New Hope for COPD Patients: Early Trials Show Promise in Lung Cell Transplants

Pioneering research from Tongji University in Shanghai unveils the promising potential of transplanting patients’ own lung cells as a curative treatment for chronic obstructive pulmonary disease (COPD). Supported by the Regend Therapeutics Ltd. laboratory, findings presented at the 2023 International Congress of the European Respiratory Society (ERS) suggest a foreseeable path to repairing damaged lung tissues in patients with chronic obstructive pulmonary disease (COPD) using their very own cells.

Lung Tissue With COPD

Lung Tissue With COPD. Credit: Yale Rosen

The Global Challenge of COPD

Every year, COPD claims approximately three million lives globally, and its death toll only seems to rise with increasing air pollution. This severe respiratory illness gradually damages lung tissue, and tragically, the currently available treatments cannot mend these affected tissues—only alleviate the symptoms. There’s an immense, pressing demand for a curative solution.

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Phase I Clinical Trial: A Glimmer of Hope

This small Phase I clinical trial, involving 17 COPD patients, offers compelling evidence. Participants reported not only better breathing capabilities post-treatment but also showcased the ability to walk longer distances and voiced an overall improved quality of life after receiving this experimental autologous lung cell transplantation.

Stem Cells & Progenitor Cells: The Underlying Science

To combat COPD, the research team honed in on stem cells, renowned for their capacity to differentiate into any cell type, and progenitor cells, descendants of stem cells that can only differentiate into cells of the same tissue or organ. The body naturally uses the latter to repair and replace damaged tissues. Previous endeavors employing stem cells in COPD treatments have yielded inconsistent results. However, lead researcher Professor Wei Zuo and his team at the Tongji University School of Medicine investigated how P63+ lung progenitor cells could be leveraged to heal the tissues ravaged by COPD. Prior preclinical studies had indicated the potential of these P63+ cells to heal damaged epithelial tissue in the alveoli, the tiny air sacs in the lungs crucial for respiration.

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In-depth Analysis of the Phase I Trial Results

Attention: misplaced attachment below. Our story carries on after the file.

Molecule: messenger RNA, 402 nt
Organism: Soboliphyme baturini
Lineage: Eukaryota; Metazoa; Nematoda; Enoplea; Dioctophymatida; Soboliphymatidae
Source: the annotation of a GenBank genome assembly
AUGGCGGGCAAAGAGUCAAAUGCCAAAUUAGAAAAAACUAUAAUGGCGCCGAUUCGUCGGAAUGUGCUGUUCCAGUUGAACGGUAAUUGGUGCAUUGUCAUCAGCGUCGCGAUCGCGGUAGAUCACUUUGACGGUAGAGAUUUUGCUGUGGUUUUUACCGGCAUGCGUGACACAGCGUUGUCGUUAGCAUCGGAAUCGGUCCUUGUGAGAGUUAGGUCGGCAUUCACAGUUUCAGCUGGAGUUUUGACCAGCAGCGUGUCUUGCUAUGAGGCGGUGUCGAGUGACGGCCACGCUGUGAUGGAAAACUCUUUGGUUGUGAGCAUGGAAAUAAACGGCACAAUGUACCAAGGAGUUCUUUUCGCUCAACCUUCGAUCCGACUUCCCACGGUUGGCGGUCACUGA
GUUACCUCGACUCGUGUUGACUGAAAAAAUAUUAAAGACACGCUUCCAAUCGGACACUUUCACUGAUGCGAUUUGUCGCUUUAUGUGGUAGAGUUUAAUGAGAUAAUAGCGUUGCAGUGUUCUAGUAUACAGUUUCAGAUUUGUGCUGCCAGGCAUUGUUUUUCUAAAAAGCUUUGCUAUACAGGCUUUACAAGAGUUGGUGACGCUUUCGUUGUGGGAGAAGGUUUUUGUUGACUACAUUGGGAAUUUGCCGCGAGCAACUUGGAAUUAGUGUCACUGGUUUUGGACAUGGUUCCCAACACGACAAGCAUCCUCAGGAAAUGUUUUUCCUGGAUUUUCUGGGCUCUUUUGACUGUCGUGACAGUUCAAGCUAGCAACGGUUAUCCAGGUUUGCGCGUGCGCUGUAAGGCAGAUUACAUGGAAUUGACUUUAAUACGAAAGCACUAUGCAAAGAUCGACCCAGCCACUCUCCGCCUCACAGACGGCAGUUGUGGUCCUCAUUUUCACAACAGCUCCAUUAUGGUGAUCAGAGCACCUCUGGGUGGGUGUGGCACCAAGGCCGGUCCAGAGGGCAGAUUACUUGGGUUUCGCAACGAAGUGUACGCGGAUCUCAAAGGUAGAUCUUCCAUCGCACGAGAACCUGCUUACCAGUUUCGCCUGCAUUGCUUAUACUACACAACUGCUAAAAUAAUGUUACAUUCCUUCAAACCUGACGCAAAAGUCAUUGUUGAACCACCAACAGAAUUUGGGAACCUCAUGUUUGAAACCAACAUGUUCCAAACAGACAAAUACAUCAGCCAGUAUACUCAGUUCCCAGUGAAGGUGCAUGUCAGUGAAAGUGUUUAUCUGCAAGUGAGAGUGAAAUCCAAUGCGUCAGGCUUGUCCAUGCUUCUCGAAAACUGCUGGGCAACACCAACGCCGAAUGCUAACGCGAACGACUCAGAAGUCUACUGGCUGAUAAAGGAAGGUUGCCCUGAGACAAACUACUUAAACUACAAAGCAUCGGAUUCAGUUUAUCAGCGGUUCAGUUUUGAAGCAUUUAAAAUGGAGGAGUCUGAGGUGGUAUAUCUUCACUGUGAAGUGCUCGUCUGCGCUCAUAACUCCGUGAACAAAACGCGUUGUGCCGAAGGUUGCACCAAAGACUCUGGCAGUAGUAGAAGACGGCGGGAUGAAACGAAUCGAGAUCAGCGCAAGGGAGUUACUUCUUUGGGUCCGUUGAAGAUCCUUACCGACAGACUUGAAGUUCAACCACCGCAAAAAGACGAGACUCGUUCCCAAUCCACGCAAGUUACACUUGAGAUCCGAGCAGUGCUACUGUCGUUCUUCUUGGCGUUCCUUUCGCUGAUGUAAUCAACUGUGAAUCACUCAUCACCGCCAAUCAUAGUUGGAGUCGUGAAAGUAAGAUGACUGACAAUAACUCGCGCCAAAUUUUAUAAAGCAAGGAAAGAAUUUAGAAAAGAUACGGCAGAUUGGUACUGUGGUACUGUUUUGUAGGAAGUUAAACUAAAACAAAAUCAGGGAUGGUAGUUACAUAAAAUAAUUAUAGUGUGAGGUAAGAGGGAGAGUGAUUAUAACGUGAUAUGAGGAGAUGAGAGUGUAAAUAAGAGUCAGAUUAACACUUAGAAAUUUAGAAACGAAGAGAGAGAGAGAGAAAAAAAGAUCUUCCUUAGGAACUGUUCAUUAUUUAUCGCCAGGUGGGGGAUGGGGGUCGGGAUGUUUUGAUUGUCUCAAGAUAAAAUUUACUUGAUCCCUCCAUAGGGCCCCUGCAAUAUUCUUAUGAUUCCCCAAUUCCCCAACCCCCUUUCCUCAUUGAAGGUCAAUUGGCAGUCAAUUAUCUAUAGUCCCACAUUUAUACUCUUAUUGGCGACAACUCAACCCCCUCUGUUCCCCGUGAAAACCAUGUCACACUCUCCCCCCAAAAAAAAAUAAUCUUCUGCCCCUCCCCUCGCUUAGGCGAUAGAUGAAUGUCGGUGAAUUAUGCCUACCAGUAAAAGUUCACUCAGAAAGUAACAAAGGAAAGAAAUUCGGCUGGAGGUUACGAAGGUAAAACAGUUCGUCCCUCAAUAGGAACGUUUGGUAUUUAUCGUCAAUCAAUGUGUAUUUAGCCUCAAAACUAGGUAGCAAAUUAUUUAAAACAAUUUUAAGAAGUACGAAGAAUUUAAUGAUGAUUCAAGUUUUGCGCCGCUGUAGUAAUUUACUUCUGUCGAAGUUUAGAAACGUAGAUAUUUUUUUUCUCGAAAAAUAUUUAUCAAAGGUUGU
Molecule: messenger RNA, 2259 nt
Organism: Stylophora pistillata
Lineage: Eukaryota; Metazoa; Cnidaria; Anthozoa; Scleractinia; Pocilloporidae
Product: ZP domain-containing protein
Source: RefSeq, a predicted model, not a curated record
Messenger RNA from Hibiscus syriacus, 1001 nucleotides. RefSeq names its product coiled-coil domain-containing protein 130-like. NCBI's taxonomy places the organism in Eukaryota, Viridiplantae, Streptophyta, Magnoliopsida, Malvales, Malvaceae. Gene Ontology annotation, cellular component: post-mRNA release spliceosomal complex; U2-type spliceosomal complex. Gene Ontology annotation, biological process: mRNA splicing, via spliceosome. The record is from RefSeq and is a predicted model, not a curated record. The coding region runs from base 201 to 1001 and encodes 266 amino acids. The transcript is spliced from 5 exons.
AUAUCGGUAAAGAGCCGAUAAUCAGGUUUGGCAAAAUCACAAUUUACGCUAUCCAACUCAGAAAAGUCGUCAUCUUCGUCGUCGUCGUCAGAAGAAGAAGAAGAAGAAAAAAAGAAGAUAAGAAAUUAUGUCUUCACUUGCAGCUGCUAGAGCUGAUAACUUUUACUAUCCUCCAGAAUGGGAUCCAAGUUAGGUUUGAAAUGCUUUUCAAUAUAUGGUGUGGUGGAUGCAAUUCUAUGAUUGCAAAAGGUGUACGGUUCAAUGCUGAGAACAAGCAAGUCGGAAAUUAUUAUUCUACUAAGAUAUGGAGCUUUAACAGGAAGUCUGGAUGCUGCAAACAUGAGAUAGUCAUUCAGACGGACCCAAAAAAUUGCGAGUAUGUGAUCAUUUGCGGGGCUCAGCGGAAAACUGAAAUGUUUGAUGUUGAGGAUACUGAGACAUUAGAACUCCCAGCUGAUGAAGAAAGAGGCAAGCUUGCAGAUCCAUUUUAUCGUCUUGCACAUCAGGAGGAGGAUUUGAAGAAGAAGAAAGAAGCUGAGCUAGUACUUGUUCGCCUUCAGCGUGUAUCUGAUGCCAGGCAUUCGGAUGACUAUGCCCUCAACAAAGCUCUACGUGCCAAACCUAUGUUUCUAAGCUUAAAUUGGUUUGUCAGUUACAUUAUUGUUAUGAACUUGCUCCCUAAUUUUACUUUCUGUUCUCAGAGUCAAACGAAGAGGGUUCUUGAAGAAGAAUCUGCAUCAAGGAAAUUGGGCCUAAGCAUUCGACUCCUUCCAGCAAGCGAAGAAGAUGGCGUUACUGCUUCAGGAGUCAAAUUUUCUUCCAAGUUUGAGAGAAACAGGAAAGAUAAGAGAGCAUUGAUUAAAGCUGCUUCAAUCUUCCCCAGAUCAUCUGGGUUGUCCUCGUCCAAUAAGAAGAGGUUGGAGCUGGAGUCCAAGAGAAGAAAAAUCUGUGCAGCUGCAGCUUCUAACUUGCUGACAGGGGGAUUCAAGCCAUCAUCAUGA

The Phase I trial meticulously tested the efficacy and safety of harvesting P63+ progenitor cells from the lungs of 20 COPD patients, culturing them to generate millions more in a laboratory, and then transplanting them back to rejuvenate the lungs. Notably, 35% of the participants were diagnosed with severe COPD, while 53% had extremely severe COPD. Using a small catheter equipped with a brush, researchers collected progenitor cells, cloned them to generate up to a billion additional cells, and then transplanted them back into the lungs via bronchoscopy. Out of the 20 participants, 17 received the treatment, and 3 acted as control. Throughout 24 weeks, participants were monitored to gauge the treatment’s tolerance and effectiveness. The trial revealed that:

  • The cell therapy was well-tolerated by all participants.
  • After 12 weeks, treated participants witnessed their lung’s median diffusion capacity, indicative of effective air exchange between the lungs and bloodstream, rise from 30% pre-treatment to 40%. By 24 weeks, this figure nudged slightly to 40.3%.
  • The median distance covered in a 6-minute walk test improved from 410 meters pre-treatment to 447 meters post 24 weeks.
  • The median quality of life score decreased by seven points, signifying an actual improvement.
  • Remarkably, for two patients with mild emphysema, a typically permanent and progressive lung injury, the transplantation managed to repair the lung damage.

Read Also: Study Reveals Aspirin’s Potential in Shielding Lungs from Air Pollution’s Harmful Effects

Final Thoughts

In conclusion, this preliminary trial underscores the promising potential of P63+ progenitor cell transplantation, not just in enhancing lung function in COPD patients but also in alleviating common symptoms like breathlessness, reduced exercise capacity, and persistent coughing. This therapeutic strategy offers hope for restoring a high quality of life for many suffering from severe COPD and, crucially, reducing the risk of death.

The team has already slated a Phase II trial, aiming to assess the efficacy of autologous lung cell transplantation across a broader patient spectrum.

“With more doctors and patients joining our clinical trial,” says Professor Zuo, “we can expedite the treatment’s development so it can reach patients sooner. Moreover, we’re exploring a similar therapeutic strategy for patients with deadly pulmonary fibrotic diseases, especially idiopathic pulmonary fibrosis. We’re optimistic about rolling out the treatment for clinical use within the next 2 to 3 years.”

References

European Respiratory Society. (2023, September 11). Transplanting patients’ own lung cells offers hope of ‘cure’ for COPD. EurekAlert!. Retrieved September 16, 2023, from https://www.eurekalert.org/news-releases/1000838

ERS (European Respiratory Society). (n.d.). Autologous transplantation of P63+ lung progenitor cells for chronic obstructive pulmonary disease therapy W. Zuo(Shanghai, China): a translational perspective. Retrieved 09/16/2023, from https://k4.ersnet.org/prod/v2/Front/Program/Session?e=379&session=16493

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